IPTV: Revolutionizing the TV industry
The word IPTV can be used in several contexts, in posting user-generated video on the Web, such as on YouTube, or in billion-dollar investments by the telephone companies to create a competitor to satellite and cable broadcast TV. Whether the application is delivering a 30-second video clip over the Internet or broadcasting a feature-length HD digital movie, the technical basis of IPTV remains the same: the delivery of digital video data using IP.
IP forms a common international language that allows a range of devices to communicate anywhere in the world over a range of physical media, including telephone wires, two-way radios and optical fiber. It was not designed, however, to deliver time-critical data as would be required for real-time playback of digital video.
To make broadcast IPTV work, several additional protocols and a lot of bandwidth are added to IP networks. The use of IP provides more than just a method to deliver digital bit streams. It also forms the basis for command and control messages that allow consumers to select content and interact in a bidirectional manner with the service delivery system. While broadcast television is passive, IPTV can be interactive. Many believe that this interactivity gives IPTV the promise of changing the business of television.
This article will provide an introduction to the basis of the IP suite and how it delivers packets of media data between devices, as well as some of the pertinent and more advanced protocols that IPTV uses in creating a television service.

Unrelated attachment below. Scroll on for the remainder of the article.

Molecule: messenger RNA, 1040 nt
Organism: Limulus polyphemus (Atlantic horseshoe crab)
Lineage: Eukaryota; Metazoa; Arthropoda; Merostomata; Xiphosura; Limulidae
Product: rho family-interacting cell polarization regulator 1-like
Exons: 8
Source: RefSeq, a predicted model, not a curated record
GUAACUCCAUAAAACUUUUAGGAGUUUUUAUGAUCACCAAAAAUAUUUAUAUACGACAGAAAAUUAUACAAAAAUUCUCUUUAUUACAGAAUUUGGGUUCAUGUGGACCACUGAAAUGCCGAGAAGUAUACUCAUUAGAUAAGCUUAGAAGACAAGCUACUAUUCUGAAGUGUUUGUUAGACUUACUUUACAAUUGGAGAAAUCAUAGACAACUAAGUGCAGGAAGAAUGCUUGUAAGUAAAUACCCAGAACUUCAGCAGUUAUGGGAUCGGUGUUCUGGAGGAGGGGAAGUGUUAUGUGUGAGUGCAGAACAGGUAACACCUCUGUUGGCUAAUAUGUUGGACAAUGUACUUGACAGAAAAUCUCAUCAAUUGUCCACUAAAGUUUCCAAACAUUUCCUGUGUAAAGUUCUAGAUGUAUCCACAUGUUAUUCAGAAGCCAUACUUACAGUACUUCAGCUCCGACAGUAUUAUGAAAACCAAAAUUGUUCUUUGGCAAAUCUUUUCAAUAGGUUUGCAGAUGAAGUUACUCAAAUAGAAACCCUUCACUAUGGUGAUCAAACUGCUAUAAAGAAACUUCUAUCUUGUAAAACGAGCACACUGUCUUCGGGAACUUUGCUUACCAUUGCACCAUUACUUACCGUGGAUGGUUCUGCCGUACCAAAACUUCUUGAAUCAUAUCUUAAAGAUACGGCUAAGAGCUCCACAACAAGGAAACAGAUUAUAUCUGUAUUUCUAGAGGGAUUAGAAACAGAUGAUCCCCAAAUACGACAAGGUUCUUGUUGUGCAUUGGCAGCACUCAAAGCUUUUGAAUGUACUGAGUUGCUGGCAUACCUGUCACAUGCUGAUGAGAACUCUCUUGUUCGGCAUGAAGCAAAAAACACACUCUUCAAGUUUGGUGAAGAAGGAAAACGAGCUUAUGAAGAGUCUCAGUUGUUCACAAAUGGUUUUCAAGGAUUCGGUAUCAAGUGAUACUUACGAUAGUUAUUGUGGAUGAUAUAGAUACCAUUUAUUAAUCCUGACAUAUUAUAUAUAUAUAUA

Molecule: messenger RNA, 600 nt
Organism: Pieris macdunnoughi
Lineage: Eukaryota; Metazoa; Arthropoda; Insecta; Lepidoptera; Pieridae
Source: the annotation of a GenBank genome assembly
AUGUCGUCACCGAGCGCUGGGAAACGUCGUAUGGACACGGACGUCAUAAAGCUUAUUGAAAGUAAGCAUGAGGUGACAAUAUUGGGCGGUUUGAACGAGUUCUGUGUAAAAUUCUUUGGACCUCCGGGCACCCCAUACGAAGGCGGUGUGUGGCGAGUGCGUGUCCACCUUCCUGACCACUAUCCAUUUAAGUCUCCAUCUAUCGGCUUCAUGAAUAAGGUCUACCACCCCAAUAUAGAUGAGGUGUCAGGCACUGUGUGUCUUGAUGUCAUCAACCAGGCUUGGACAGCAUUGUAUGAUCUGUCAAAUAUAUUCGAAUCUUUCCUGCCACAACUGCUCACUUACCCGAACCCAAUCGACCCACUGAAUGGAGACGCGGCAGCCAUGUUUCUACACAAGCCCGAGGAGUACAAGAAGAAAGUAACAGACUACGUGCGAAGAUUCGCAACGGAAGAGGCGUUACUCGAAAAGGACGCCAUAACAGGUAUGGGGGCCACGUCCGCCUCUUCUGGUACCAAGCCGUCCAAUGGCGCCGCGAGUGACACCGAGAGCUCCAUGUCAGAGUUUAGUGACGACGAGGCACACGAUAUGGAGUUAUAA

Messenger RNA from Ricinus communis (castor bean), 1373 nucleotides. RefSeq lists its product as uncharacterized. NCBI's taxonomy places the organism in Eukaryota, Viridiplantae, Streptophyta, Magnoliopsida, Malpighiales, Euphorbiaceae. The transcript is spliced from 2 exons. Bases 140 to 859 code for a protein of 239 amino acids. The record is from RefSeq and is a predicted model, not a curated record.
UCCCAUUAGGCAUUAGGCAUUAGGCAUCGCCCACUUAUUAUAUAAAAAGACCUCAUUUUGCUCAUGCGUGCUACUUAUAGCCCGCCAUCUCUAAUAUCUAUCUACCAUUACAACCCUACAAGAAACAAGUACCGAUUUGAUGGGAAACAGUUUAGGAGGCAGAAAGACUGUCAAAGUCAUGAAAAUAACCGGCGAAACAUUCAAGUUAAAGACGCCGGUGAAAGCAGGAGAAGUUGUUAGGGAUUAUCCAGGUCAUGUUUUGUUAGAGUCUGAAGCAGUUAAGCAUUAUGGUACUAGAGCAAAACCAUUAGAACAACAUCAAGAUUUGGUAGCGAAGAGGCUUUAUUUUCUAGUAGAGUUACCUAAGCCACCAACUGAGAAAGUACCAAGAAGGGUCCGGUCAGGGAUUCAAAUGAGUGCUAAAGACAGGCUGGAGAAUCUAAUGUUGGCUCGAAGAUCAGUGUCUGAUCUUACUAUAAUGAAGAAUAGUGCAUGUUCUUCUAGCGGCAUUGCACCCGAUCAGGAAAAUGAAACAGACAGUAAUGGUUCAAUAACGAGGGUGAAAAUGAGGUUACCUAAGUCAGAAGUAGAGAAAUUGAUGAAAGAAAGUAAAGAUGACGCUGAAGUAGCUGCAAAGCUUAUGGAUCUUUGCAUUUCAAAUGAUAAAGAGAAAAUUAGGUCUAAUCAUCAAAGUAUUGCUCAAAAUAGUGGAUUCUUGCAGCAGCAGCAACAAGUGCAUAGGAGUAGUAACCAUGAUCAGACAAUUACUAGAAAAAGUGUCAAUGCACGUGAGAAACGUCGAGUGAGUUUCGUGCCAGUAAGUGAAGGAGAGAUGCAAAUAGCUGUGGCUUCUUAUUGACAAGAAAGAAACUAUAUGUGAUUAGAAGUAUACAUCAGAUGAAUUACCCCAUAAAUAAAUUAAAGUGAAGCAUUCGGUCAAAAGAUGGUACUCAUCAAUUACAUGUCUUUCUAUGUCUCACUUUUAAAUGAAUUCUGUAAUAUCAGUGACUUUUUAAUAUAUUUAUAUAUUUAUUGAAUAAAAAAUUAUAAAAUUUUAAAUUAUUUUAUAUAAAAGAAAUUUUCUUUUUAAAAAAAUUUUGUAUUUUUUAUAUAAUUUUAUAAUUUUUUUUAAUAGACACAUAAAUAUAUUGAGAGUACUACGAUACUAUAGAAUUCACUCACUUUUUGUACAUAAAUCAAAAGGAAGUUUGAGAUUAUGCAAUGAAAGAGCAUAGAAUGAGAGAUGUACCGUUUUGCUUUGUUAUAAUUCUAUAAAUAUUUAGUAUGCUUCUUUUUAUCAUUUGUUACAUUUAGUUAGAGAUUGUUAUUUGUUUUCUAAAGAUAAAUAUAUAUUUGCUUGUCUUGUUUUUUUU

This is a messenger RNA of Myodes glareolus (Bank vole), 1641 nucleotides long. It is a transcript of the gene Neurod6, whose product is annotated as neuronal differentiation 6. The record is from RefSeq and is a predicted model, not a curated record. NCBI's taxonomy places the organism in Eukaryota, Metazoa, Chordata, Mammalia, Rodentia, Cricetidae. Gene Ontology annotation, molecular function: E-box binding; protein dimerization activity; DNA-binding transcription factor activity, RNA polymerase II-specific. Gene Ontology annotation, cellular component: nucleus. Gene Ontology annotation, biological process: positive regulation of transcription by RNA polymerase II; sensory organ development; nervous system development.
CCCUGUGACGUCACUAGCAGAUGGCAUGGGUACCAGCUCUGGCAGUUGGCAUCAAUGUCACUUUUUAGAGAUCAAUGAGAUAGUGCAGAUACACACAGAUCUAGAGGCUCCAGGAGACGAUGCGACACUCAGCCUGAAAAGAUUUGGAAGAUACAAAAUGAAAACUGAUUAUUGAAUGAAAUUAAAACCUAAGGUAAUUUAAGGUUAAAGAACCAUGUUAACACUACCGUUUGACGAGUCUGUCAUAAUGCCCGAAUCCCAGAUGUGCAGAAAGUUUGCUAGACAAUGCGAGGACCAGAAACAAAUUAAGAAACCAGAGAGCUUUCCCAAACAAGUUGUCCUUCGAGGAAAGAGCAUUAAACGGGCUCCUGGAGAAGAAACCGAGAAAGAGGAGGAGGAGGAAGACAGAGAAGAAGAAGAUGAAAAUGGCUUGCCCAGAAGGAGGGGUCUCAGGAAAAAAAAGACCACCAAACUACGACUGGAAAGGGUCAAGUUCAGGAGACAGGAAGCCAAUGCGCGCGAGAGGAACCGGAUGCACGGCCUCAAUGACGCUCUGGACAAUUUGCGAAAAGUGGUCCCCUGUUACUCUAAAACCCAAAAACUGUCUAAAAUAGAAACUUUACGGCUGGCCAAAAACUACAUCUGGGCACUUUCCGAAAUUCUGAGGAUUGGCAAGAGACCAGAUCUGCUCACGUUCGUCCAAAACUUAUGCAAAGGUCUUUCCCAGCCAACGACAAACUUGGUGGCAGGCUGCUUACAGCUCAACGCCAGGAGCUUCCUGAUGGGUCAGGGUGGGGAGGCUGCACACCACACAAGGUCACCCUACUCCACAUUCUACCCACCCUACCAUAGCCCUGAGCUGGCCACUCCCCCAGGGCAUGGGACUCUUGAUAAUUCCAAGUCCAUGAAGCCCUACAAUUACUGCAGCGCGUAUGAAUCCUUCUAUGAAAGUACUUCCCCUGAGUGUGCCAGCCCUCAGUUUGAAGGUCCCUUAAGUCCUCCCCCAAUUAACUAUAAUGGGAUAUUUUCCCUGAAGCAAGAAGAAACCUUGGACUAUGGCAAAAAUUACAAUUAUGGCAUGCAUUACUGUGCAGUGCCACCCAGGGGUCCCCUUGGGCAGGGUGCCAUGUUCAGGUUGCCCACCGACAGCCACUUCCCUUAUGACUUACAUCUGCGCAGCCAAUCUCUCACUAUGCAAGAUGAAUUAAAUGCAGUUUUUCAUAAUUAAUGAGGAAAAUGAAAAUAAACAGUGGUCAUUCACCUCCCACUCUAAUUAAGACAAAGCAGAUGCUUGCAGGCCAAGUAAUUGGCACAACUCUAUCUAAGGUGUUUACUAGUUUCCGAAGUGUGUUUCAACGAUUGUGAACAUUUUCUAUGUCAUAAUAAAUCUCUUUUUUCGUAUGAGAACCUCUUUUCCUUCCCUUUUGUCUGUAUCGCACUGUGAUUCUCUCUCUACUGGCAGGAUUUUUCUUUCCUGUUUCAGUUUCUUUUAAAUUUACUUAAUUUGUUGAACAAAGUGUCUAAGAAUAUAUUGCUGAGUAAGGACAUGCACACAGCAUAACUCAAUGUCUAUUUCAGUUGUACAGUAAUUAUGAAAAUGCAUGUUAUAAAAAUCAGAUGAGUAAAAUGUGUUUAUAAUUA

The IP suite
The IP suite is a set of communications protocols that form the foundation for network communications. The term protocol stack refers to a suite of networking protocols and the actual software that executes those protocols on a specific machine.
While these protocol stacks are developed or compiled specifically for each make of computer, they have a common set of protocols between layers. In this way, an Apple computer running OS X can communicate with an IBM server running Linux, or any other hundreds of combinations. The common IP language among these computers removes the differences in operating systems, network connections and hardware architectures, including central processing chips.
To send a digital message between any two computers on a network, the data is broken up into packets. There are two IP addresses at the beginning of each packet in the IP header: the address of the source computer and the address of the destination computer. This simple requirement enables the movement of data through the network, from the source, through intermediate routers and finally to its destination. A good analogy for IP is sending a letter via a series of postcards. The letter is broken into small packets, and each packet has a source address and the destination address attached to it. The postcards are then sent individually. (See Figure 1.)